To limit your risk of developing BV, Raj also votes for cotton undies during exercise. “Cotton is a comfortable, breathable material that will help limit excess moisture and avoid trapping heat during exercise – both of which create the perfect environment for bacterial growth.” And you’ll want to slip into a fresh pair before you leave the gym.
“BV is not a matter of poor hygiene,” says Dr. Raj. “But it’s important to keep in mind best hygiene practices, especially after exercise, to help avoid a vaginal infection.” That means showering right away — or at least changing out of that sweaty workout gear.
When you do hit the showers, remember that your fave Bath & Body Works products don’t belong *everywhere*: Dr. Raj advises that scented soaps, like douching, can change the pH level of your vagina. “Plain water usually suffices to clean your vulva,” she says, “But if you want to use a soap, make sure it is gentle and unscented.”
2. Urinary Tract Infection (UTI): “There are no good data points to show that clothing can cause a UTI,” says Dr. Dana Rice, a urologist and creator of the UTI Tracker app. “There is not a specific fabric type that is better or worse.” But Rice points out that those sweaty leggings can be a source of bacteria when they’re damp, or if they haven’t been washed properly. “For my patients, I encourage clean undergarments and regular washing of all tight-fitting pants.”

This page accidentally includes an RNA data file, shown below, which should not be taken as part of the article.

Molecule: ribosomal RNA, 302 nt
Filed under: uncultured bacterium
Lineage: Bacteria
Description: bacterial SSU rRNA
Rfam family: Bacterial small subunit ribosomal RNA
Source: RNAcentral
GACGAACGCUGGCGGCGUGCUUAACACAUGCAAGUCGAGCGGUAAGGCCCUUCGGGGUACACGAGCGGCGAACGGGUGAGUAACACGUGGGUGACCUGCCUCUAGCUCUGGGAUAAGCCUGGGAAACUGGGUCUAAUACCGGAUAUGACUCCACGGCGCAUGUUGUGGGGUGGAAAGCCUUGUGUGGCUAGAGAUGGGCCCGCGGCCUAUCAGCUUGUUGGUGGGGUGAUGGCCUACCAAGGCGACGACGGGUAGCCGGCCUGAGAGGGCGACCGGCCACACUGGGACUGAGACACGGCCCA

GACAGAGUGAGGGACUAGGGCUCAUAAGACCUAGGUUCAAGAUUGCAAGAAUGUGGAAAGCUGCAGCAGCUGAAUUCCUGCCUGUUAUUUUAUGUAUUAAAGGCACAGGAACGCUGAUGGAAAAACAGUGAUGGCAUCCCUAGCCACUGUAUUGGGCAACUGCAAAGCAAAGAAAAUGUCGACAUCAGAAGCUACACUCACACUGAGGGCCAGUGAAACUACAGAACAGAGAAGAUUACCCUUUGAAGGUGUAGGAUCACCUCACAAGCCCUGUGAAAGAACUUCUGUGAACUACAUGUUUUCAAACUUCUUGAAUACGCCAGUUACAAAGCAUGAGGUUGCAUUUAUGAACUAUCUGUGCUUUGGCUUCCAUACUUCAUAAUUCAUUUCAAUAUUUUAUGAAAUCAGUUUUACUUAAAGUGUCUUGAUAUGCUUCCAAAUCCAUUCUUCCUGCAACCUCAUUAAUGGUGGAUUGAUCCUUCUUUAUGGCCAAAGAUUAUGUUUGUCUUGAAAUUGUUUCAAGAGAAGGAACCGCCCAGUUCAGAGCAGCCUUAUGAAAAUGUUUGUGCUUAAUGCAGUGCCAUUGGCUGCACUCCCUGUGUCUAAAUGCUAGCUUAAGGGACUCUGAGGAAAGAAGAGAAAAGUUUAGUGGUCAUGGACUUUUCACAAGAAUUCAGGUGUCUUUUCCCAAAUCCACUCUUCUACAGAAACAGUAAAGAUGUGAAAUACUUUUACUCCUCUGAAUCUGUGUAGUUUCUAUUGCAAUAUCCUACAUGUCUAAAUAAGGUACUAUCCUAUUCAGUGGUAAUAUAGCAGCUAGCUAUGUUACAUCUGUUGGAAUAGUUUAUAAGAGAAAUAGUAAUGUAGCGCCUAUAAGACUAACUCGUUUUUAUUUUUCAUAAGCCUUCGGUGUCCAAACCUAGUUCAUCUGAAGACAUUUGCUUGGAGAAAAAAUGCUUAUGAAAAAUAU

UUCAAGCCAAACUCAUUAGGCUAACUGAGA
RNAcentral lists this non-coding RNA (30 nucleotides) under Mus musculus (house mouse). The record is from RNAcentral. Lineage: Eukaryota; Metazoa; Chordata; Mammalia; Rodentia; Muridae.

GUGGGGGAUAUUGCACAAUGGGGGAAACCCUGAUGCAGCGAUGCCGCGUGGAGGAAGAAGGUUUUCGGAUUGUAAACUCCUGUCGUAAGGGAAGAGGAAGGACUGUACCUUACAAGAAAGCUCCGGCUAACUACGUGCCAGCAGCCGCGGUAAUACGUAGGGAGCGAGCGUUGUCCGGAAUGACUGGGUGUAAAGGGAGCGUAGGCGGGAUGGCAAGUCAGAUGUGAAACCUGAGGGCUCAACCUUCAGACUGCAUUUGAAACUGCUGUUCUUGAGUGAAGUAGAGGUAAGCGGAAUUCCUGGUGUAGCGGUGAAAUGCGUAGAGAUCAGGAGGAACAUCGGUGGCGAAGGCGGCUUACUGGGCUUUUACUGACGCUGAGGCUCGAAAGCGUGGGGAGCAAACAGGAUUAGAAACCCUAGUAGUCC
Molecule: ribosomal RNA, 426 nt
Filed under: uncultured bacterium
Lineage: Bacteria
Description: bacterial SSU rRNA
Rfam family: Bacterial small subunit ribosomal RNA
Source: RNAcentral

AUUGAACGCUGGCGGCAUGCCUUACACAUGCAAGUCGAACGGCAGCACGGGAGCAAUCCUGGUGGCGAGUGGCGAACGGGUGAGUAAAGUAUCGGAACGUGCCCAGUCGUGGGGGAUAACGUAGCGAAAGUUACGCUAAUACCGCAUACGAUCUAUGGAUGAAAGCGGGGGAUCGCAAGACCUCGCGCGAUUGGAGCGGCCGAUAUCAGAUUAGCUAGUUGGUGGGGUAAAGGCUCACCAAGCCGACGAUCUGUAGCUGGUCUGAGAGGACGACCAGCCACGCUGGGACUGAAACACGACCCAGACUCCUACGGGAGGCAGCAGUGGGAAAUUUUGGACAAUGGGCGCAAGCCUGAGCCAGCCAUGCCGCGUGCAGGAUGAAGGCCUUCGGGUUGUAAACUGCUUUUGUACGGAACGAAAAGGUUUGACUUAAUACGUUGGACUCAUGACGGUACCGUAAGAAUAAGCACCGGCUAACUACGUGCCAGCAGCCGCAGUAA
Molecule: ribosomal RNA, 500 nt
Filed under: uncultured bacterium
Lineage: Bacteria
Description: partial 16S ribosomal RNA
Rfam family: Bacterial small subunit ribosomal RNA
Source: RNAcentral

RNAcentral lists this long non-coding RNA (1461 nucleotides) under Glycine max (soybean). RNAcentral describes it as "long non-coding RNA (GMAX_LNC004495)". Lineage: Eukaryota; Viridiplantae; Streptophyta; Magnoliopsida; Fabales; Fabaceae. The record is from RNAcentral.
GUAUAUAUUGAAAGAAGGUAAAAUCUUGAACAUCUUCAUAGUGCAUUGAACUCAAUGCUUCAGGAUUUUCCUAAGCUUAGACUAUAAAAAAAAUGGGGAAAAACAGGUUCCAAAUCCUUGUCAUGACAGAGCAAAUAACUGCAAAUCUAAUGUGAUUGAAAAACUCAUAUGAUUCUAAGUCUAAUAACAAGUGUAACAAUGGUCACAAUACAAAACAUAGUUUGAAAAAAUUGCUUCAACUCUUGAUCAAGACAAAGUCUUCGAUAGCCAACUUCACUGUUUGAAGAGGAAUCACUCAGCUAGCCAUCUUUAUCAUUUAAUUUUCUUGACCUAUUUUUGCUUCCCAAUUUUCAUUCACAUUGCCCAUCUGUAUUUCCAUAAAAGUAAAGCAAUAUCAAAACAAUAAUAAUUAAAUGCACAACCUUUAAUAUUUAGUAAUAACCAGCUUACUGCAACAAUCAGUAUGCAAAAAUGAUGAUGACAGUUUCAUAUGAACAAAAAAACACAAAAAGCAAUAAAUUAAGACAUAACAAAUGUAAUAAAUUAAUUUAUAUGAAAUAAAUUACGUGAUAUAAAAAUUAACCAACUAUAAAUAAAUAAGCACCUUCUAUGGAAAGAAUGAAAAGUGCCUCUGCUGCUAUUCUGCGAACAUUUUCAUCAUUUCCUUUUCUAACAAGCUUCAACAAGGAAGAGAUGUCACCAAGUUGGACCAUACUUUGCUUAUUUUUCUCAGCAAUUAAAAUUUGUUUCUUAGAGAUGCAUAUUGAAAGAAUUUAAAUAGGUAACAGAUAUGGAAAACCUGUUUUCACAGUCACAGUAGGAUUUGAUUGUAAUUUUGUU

And there’s another important step you should take at the gym to prevent UTIs: “Hydration, both during and after working out, is key to preventing bladder irritation,” says Dr. Rice. She explains that dehydration can alter the pH of your urine and irritate the lining of your bladder. “Many people have cystitis-like symptoms if they are dehydrated,” she says.
If you’re worried about your bladder keeping you up all night, Dr. Rice has a pro tip: “I encourage patients to drink enough water in the morning to keep their urine light yellow or better by lunchtime.” By the time the afternoon rolls around, you can sip a La Croix as needed, or snack on your fave hydrating foods.
Speaking of bladder issues…
Attention, new moms: We see you. There are a lot of complicated feels around exercise post-baby. You might be keen to hit the gym to boost your postpartum mental health or just to get a moment to yourself. Or maybe separation anxiety is too real and you’re hunting for baby-friendly mama workouts you can do from home.
Or — real talk — maybe there’s a little voice in your head wondering if underwear is *enough* to get you through that gym sesh. According to a representative from Poise, one in four women surveyed was hesitant to participate in workout classes, from yoga to Zumba, because of bladder leaks.
Their solution? Wear whatever underwear you like — along with a bladder support device, which you insert like a tampon. Also called an “internal vaginal device,” products like Poise’s Impressa basically help keep your urethra closed when there’s extra pressure on your bladder, like when you’re exercising.
Credit: Brit + Co